Slavery existed in Africa, it is an indisputable fact and it is not a good memory. Slavery is wrong from every perspective and the team and no one should support it in any way, be it physical, emotional or otherwise.
There are a lot of things most Nigerians do not know about slavery, and sometimes they prefer to believe otherwise. These misconceptions could be as a result of what we have been taught in school or as a result of what our minds want us to believe and yet, it could be the hand work of Nollywood. Any ways we are going to expose some unknown facts about slavery.
10. Slavery did not start in Africa
It might seem that when the Europeans discovered Africa, the immediately came up with a new idea known as slavery. The truth is slavery is actually as old as man itself. Slavery is an ancient practice. It was mentioned by Aristotle, it is mentioned in records that date back to 1760 B.C. it is also mentioned in the bible. So don’t even start to think that slavery started with Africans. Surprisingly, we were already enslaving ourselves before the Europeans joined in the trade.
9. Europeans did not came to Africa and captured slaves by force
European slave traders rarely ventured beyond Africa's coastal regions. The African interior was riddled with disease, the natives were often hostile and the land uncharted. The Europeans preferred to stay in the coastal region and have the natives bring the slaves to them.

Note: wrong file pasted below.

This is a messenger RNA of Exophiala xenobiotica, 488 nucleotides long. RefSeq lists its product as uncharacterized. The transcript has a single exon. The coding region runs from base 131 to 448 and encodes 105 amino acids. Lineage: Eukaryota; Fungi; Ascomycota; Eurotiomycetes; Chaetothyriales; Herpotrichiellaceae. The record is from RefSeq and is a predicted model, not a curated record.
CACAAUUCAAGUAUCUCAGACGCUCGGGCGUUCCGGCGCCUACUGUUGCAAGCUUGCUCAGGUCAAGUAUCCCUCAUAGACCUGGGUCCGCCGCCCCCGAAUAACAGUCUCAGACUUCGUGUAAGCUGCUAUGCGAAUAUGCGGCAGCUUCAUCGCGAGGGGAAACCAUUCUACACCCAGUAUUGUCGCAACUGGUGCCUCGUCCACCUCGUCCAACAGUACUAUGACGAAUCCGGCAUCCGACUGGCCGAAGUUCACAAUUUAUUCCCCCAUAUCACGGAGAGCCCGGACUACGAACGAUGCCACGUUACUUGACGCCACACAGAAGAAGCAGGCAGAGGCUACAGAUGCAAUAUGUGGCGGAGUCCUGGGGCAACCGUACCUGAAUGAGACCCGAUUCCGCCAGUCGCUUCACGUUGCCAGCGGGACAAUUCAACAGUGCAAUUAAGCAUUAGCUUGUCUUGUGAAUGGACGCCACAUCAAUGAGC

The majority of those slaves were actually sold to Europeans by other African slave traders—slave traders who had been operating on the continent for thousands of years.
Slave traders realized that Europeans would pay for their slaves; they actively began kidnapping people just to sell them.
8. Africans also had European slaves
When the word slavery is mentioned, the first image that comes to your mind is a white man with a long whip flogging the hell out of some black men in chains. Well, this is an eye opener. Egyptians were using Caucasian slaves in their armies during the thirteenth century. Over 1 million Europeans were taken as slaves by north Africans between the years 1530 and 1780.
Slavery apart from being an ancient practice, it also a widespread practice and it existed everywhere. What is the moral of this? Anybody can be a slave, no one is above slavery.
7. All whites wanted slavery to continue
False, not every white man wanted slavery to continue. In fact one of the causes of the American civil war which was fought between 1861 and 1865 was slavery. The American civil war had a death toll of about 620,000 people dead and about a lot more wounded, all partly because of slavery.
And did we also mention that some blacks also owned slaves? Well……..
6. A black man started slavery, officially.
You would think that with all the suffering portrayed by historians a black man would not own a slave, think again. Slavery was officially established in the United States of America in 1654, when Anthony Johnson, a black man, convinced a court that his servant (also black) John Casor was his for life. Johnson himself had been brought to Virginia some years earlier as an indentured servant (a person who must work to repay a debt, or on contract for so many years in exchange for food and. The court ruled in Johnson’s favor, and the very first officially state-recognized slave existed. Johnson eventually became very wealthy and began importing his own black slaves from Africa.